Thursday, February 28, 2013

Duly Chastised

I am tediously cutting and pasting obituaries for third cousins twice removed and those even more distantly connected to my family, into my RootsMagic. Why? I know why – I love the dig – the excavating out the facts and filling in the blanks and seeing a twig become a full grown tree.  And then I find those people way, way out there – “oh he married her! And here is her sister and her sister’s husband and his parents” – and pretty soon I am way into some distant tree. I love being in the forest.

But today I read the Armchair Genealogist’s blog, “Would YouRather Clean the Shower Tile Than Write Your Family History?”  by Sharon DeBartolo Carmack, who is the guest writer. Then I read her essay on her mother in “Switched at Midlife” in hippocampus magazine.  And I felt myself duly chastised.

Yes, I am guilty of not getting something put together before the person who asked for it died. Ouch. And now my parents have died. And I begin to think about all the people I’ve known – known well – in my life – people who have now passed on. Sometimes it seems I know more dead people than live people! Why am I not writing what I know?

What I know about these people dies with me if I don’t tell it. How many times have I asked a question – “Dad, tell me about your grandparents – your brother”?  How much better if he had written it down. I remember one time my dad told me about his spiritual journey. He wouldn't let me tape record our conversation. He told me he would write it down. I found the journal he started in. He wrote three sentences and then nothing more. I’m sure he just never got around to it. I have scraps of paper from both of my parents with lists of things – events – stories – they planned on writing down. Lists tucked carefully into the pages of an unused “my story” type journal.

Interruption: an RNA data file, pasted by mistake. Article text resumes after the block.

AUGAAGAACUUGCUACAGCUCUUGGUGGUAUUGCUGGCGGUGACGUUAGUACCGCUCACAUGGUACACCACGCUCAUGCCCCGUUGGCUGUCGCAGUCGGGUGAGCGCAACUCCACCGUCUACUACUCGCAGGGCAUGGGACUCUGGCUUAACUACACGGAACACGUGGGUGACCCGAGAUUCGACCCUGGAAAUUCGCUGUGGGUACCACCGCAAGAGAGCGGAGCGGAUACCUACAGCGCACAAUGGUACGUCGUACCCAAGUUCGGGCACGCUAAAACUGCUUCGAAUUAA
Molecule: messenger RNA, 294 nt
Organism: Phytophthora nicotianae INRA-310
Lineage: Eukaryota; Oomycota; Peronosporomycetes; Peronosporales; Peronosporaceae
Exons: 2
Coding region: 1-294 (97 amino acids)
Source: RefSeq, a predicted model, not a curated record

Dad wanted to write about his cousins and his farming adventures.  Mom wanted to write about her one room school house experiences and about getting hurt on a barb wire fence – an experience that left a scar on her neck. But none of these stories ever made it beyond the notes. For the most part I have no idea what they are referring to.

So at what point can I say I've lived long enough to write about it? Am I old enough to write what I know? Why do I think, like they, that there will be time for that later? So, while it is not New Year’s, it looks like it could be outside. We are buried into a week-long snow storm here. Roads are closed, schools are closed – seems like a good day to make a resolution, a good day to begin.